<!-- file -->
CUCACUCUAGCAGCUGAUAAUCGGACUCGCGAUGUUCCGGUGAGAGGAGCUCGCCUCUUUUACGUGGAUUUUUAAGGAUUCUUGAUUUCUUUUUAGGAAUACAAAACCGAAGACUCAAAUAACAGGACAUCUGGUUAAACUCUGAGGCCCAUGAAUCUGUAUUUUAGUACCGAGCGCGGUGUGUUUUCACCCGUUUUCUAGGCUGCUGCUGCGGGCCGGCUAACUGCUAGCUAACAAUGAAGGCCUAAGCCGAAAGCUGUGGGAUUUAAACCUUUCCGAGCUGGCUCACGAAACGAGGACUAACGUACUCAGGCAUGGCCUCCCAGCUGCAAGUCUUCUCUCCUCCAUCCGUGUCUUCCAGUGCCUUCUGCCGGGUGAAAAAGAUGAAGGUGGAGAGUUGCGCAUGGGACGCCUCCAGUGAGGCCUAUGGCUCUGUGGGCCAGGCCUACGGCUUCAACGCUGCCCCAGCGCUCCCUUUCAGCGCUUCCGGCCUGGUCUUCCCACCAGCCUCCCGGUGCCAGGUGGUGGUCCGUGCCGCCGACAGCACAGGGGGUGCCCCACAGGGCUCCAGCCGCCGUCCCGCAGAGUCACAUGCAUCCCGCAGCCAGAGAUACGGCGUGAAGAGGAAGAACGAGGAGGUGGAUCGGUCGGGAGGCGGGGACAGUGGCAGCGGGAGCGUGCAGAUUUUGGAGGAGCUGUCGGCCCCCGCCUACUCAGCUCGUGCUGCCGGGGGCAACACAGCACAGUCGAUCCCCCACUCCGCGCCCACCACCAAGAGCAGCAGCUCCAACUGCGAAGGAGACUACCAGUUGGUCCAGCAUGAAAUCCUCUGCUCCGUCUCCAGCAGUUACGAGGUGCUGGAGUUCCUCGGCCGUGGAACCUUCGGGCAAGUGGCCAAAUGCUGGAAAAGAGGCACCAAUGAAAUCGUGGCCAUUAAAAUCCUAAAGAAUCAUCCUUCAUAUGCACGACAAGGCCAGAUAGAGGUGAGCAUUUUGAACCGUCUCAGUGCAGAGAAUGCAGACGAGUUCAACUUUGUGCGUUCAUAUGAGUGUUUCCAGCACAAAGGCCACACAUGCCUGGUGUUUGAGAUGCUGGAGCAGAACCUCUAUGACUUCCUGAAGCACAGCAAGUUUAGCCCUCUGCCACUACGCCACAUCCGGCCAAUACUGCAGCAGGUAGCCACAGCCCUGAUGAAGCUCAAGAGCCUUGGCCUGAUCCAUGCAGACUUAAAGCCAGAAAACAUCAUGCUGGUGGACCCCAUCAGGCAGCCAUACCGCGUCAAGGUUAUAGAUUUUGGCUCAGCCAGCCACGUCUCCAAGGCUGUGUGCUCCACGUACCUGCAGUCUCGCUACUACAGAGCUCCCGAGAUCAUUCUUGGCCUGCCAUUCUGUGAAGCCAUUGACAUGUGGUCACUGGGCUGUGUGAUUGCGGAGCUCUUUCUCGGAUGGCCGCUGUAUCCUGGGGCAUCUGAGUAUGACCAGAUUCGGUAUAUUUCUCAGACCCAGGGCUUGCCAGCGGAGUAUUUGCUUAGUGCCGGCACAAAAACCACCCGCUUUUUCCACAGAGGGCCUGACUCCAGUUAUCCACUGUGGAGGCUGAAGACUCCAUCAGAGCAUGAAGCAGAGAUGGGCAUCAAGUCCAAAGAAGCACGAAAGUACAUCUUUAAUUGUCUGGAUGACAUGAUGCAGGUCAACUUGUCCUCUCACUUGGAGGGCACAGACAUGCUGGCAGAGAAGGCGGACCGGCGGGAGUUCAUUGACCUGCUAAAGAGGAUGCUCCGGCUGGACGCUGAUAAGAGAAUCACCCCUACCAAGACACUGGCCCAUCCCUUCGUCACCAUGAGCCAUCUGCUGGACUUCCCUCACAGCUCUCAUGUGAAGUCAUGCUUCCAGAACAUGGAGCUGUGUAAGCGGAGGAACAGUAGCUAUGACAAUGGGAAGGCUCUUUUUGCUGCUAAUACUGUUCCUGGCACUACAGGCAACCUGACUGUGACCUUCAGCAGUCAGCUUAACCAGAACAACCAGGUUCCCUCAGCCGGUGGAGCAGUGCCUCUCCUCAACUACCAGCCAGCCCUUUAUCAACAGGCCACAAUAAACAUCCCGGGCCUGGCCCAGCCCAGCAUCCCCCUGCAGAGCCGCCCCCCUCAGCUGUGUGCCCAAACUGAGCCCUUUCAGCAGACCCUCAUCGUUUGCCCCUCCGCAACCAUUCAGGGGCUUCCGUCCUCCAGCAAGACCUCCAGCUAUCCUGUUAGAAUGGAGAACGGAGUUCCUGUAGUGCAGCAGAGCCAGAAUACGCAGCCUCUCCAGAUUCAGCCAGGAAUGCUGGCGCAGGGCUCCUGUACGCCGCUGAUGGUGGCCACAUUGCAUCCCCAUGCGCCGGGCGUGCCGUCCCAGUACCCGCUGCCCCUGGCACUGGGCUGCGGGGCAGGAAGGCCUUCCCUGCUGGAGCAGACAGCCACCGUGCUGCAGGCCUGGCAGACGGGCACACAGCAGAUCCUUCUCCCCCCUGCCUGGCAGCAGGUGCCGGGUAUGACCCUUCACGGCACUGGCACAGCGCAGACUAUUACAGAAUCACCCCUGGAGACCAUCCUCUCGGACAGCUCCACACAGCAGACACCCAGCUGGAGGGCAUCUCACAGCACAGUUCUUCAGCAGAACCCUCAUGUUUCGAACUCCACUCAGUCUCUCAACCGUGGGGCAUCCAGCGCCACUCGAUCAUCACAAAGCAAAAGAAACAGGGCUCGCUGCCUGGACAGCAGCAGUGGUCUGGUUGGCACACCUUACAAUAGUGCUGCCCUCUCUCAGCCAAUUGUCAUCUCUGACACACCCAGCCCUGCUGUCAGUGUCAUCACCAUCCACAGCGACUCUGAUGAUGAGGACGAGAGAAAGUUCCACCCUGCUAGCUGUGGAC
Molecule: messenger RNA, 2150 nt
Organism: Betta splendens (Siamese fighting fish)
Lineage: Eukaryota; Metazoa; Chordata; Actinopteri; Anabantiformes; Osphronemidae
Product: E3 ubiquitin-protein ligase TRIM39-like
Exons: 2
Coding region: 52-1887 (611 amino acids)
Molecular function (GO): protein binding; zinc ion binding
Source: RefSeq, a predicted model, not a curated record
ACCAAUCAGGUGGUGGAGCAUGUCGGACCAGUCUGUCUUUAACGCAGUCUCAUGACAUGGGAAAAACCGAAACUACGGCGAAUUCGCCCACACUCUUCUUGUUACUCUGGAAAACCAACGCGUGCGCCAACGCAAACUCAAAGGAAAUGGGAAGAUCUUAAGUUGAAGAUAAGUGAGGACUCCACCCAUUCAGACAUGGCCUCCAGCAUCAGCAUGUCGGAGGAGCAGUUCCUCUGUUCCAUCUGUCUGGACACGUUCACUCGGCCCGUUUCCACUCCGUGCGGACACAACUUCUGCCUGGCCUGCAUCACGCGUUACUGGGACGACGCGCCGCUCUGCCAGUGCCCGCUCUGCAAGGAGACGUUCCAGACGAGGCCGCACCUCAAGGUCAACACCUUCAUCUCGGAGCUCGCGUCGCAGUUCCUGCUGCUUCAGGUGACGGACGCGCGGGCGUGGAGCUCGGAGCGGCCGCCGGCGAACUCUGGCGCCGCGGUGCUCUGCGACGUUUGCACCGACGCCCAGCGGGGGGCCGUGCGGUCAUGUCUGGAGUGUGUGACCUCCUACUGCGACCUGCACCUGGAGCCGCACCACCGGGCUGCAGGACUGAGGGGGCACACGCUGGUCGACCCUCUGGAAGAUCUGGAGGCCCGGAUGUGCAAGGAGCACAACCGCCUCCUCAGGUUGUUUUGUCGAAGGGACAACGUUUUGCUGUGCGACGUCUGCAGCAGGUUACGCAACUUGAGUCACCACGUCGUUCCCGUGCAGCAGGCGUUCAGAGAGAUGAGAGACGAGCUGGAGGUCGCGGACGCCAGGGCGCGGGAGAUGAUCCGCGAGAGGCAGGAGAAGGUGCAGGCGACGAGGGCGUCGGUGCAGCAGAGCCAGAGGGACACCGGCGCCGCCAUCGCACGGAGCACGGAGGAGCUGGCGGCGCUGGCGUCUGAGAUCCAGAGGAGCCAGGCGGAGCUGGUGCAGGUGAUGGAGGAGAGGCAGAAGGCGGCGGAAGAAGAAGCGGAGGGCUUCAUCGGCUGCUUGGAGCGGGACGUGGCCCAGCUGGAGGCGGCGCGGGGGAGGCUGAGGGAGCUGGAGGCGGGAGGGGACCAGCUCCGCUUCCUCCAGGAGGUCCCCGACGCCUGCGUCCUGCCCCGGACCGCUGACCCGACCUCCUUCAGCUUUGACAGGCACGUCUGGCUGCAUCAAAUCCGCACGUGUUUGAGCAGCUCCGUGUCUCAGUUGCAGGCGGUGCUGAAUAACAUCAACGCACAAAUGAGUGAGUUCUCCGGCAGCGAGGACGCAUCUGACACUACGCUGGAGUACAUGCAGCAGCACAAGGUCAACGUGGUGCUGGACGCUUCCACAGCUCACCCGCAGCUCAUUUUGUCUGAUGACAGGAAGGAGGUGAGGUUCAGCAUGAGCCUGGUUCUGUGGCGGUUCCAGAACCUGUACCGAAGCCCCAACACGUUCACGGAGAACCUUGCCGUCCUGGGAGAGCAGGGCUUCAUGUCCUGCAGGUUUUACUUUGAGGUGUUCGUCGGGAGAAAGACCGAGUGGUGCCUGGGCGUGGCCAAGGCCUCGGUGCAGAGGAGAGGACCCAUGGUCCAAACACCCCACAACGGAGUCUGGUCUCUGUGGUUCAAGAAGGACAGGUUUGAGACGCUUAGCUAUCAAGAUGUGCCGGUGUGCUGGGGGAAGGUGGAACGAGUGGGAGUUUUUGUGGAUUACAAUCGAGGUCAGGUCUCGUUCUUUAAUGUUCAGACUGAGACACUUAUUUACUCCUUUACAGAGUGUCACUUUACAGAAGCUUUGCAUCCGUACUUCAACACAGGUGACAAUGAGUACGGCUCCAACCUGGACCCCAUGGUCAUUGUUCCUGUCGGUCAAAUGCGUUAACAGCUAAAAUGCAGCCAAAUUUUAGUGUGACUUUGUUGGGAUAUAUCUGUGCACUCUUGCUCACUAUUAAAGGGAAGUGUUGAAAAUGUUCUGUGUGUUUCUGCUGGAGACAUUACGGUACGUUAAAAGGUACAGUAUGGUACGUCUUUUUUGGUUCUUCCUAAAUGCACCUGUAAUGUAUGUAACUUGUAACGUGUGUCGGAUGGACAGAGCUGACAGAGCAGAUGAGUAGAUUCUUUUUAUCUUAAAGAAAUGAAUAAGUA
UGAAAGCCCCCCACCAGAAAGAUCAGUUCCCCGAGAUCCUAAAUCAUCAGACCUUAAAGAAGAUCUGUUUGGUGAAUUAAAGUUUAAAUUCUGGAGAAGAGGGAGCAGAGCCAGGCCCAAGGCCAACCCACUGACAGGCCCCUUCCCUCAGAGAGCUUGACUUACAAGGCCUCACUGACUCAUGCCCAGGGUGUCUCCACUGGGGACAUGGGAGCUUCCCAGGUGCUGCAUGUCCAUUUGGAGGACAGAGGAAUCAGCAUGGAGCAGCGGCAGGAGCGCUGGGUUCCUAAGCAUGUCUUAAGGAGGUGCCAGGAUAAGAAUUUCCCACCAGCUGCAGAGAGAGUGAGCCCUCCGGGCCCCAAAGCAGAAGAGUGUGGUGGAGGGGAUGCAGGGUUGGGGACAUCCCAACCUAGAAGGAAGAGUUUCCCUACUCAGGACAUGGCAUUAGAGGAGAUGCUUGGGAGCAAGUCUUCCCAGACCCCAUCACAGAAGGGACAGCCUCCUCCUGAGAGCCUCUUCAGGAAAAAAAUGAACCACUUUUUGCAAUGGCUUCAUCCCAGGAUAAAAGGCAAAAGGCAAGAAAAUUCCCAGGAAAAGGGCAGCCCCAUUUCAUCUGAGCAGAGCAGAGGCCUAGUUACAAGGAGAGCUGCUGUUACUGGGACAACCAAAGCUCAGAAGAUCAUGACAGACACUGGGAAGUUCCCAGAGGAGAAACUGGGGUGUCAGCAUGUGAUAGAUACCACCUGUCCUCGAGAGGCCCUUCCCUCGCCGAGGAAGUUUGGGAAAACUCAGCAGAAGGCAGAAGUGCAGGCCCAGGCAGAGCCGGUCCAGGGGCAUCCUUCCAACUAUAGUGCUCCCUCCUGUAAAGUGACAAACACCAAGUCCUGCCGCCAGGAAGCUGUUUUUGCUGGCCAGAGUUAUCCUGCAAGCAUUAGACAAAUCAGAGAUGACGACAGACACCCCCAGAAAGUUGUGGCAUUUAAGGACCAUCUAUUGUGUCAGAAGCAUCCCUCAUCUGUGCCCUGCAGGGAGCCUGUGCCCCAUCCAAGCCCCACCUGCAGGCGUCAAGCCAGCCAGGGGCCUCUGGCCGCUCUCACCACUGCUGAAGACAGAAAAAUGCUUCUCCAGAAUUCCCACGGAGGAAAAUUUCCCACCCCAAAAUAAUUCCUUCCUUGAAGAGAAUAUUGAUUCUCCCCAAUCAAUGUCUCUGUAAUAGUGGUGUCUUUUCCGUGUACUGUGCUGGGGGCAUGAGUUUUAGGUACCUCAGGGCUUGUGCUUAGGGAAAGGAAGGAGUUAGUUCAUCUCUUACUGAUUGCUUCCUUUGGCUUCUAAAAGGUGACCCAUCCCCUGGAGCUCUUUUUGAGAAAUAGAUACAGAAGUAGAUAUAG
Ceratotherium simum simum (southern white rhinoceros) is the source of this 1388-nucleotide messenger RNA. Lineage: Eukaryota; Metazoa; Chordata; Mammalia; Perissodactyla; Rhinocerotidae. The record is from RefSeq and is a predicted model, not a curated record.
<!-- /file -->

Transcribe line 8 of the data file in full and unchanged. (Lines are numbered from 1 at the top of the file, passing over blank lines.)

Molecular function (GO): protein binding; zinc ion binding